Infusions and Cocktails
The makers of Han have been quick to encourage mixologists to develop a menu of eponymous cocktails: Genghis Han (mango purée), Han-ibal Nectar (Midori liqueur and cantaloupe balls), Han Solo (lime or olive, on the rocks), Han Dynasty (lemon wedge and mint) and Han-Sel and Gretel (cinnamon stick). They, many martini variations and other recipes, are on the brand’s website.
The Chai Crème Martini (photo at the top of the page) is made with another favorite product selected by the NIBBLE™, Voyant Chai Cream Liqueur. The recipe is simple and delicious:
2 oz. Han Asian Vodka
2 oz. Voyant Chai Cream Liqueur
Pour into a martini glass
Sprinkle with cinnamon
Garnish with orchid (optional)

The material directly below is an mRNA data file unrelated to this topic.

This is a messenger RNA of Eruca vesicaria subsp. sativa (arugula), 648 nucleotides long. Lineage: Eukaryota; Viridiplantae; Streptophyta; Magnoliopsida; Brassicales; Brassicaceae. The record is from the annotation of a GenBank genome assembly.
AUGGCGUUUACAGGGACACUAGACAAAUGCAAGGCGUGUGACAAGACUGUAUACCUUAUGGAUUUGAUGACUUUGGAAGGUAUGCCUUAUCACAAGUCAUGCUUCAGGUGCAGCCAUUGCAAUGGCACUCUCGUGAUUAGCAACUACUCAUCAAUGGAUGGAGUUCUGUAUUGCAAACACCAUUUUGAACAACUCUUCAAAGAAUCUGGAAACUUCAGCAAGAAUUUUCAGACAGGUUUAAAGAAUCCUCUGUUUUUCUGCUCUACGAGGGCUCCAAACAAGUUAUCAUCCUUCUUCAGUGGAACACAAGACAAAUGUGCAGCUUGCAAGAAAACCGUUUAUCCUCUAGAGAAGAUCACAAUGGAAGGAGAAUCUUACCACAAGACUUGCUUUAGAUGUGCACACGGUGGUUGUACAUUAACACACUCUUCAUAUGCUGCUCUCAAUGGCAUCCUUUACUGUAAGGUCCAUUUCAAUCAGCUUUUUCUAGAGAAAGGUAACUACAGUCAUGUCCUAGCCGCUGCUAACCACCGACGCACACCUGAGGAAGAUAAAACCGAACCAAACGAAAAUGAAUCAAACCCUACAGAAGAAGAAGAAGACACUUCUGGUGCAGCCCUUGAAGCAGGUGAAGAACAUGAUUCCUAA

Equally tempting is the company’s suggestion to infuse the vodka with fresh fruits. Han provides bars and clubs with large (6-quart), eye-catching infusing containers like the one at the left, but any jar will do (or, you can cut and add the ingredients to the vodka bottle—we do it all the time to make our famous prune vodka). Han suggests that you allow the fruit to steep for 24 to 36 hours; we have always infused our fruit for at least two weeks and then keep it in the jar until the alcohol is finished. (The infused fruit itself becomes overwhelmingly alcoholic and inedible. Leave it in the bottle.)
What to infuse? Name your fruit or spice. Suggestions on the Han website include:
- Apple and cinnamon
- Tropical Fruit
There’s no right or wrong here: if you like passionfruit (or prunes) and want to see how it infuses, try it.
Infused, mixed or drunk neat, this is a vodka you can have fun with. One might even say, you’ll have a Han-ny of a time.